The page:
The grain market has clearly been moving straight higher the last couple weeks. I was totally wrong saying that Russia was not going to have a full-blown invasion. This invasion has everyone wondering what’s going to happen and this uncertainty has the markets moving. The different sanctions on Russia have inhibited most countries from buying Russian wheat. The Russian invasion has Ukrainian ports shut down stopping any grain exports. Ukraine only has one port remaining under their control. If Russia gets control of all ports, it’s hard to say if Ukraine will be able to export any grains by sea. One alternative would be by rail, but that radically changes who is able to import that grain. Ukraine is also about one and a half months away from planting season. If the war does not end, will the farmers get into the field and be able to, or want to, plant anything? If they do, will it get harvested? Sanctions on Russia have also raised the prices of natural gas and fertilizer which has traders wondering if acres will change commodities. There is just so much uncertainty right now it’s hard to say what is going to happen.
There was a USDA report today that showed 1.54-billion-bushel carryout of corn, .325 billion bushels of soybeans and .648 billion bushels of wheat. The corn and bean carry outs were bearish for the USA, but the Brazilian crop was dropped to 127 MMT and Argentina’s to 43.5 MMT. The South American corn crop stayed very steady month over month.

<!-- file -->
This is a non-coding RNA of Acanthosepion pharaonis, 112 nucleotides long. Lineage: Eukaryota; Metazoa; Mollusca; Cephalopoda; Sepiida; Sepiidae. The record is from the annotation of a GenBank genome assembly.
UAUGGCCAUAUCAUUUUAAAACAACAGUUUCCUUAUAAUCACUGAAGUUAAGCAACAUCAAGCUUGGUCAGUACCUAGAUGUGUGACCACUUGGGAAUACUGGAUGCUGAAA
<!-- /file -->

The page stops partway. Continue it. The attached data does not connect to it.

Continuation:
|Cattle and Grain Markets for February 23, 2022|
If you have any more questions or concerns or just want to discuss the specifics or potential risks and reward for different futures strategies, please call Drew Heynen at 712-722-3888.
The risk of loss in trading futures and options on futures can be substantial and may not be suitable for everyone. This material has been prepared by a trading employee of Van Zee Commodities LLC and is, or is in the nature of, a solicitation. All sources used are believed to be reliable; however, any decisions made to buy, sell or hold a futures or options of futures position should not be solely based on this research and should not in any way be deemed to be endorsed by Van Zee Commodities LLC. Van Zee Commodities LLC is registered with the Commodity Futures Trading Commission as an introducing broker and is a member of National Futures Association.